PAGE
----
Molecular gastronomy, why such a pompous name? And is it some useless activity of the idle rich or wealthy foodies? Of course not! First, a differentiation should be made between cooking and gastronomy. Cooking means preparing dishes, whereas gastronomy, according to the promoter of the word, means “intelligent knowledge of whatever concerns man's nourishment” (Brillat-Savarin 2006). When this knowledge is history, the activity is “historical gastronomy,” but when it comes to the study of chemical and physical transformations involved in culinary practice, then it is “molecular gastronomy.”

Is it simply food science? Not exactly. The reason why this new scientific discipline was introduced by Nicholas Kurti and myself in 1988 (This 2002) was based on the observation that food science had slowly drifted, over many decades, toward the investigation of food and toward technological processes, but not toward culinary aspects. But multitudes of people cook every day, and until the creation of molecular gastronomy, no scientific results were given to them about such common dishes as soufflés, roasted chicken, mayonnaise sauce, and more. Certainly, molecular gastronomy must be included in food science, but defining it more clearly would be very useful, because some new and important questions arise.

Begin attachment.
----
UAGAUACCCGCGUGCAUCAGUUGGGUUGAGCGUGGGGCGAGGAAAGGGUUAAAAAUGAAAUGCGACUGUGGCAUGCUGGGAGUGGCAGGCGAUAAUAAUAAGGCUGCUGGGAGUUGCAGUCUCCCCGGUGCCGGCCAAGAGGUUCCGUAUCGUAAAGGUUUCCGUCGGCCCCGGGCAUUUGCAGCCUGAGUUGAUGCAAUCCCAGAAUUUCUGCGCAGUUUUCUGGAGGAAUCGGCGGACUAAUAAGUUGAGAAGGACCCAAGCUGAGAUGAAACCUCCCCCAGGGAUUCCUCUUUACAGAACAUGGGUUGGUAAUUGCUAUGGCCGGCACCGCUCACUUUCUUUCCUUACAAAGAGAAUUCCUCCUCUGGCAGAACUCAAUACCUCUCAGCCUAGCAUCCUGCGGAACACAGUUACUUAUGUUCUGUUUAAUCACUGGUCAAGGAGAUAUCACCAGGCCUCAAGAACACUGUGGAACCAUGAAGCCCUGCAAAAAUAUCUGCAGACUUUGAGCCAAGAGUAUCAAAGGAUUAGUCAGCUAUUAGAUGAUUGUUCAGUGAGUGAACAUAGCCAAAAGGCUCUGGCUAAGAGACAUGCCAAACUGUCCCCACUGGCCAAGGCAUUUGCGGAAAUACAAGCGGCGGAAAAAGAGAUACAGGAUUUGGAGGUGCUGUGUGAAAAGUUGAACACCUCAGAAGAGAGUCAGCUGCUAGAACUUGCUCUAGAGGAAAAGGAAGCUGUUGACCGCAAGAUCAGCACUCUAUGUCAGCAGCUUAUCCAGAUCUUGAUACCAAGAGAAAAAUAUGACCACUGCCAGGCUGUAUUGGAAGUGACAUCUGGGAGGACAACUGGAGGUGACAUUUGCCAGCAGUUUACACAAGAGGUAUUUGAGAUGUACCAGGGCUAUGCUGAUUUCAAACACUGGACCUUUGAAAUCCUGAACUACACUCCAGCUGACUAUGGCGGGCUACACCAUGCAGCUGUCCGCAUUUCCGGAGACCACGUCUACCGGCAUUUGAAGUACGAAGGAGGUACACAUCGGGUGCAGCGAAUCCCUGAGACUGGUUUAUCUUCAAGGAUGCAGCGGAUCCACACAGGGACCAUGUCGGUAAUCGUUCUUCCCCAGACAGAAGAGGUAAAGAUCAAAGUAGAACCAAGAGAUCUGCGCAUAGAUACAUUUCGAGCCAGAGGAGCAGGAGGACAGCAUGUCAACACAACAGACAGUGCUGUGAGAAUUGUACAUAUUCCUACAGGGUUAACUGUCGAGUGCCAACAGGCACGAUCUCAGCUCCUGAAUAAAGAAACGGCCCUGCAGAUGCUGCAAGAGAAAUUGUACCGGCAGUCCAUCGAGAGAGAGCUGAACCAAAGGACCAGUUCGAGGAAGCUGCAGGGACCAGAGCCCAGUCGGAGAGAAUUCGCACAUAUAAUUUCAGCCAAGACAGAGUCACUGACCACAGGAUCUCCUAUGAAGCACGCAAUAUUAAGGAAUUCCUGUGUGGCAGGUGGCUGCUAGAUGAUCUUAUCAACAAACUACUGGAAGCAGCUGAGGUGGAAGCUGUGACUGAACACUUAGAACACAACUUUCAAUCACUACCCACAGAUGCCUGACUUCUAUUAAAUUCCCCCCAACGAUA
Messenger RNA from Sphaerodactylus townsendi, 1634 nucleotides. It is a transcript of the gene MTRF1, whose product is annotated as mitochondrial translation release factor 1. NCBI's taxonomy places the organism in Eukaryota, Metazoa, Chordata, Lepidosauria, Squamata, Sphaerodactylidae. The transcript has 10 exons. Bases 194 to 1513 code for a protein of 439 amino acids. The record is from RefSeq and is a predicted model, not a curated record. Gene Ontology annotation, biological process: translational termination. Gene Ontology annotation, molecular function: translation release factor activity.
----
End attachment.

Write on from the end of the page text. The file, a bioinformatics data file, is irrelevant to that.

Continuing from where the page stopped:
Is molecular gastronomy the same as “culinology”? One can easily see a difference. First, culinology is a trademark; how can science be patented? Clearly, there is knowledge behind this enterprise of culinology, but also money and communication. Documents issued by universities that teach culinology indicate that it involves some education allowing chefs to cook differently. Therefore, culinology is cooking and not molecular gastronomy. The latter must be considered a scientific discipline because it is about insights, understanding, and knowledge generation (looking for mechanisms and establishing modes of action).

More generally, and this needs repeating, according to Louis Pasteur, science is different from technology, and “applied science” is an oxymoron that cannot exist. First, science looks for mechanisms of phenomena, whereas technology is using scientific results to improve a technique or a craft. This is why “applied science” cannot exist. If culinology were a science, then its purpose would be mechanism elucidation, not applications. And this is why the term “application of sciences” should be preferred over “applied sciences,” and application of sciences means technology.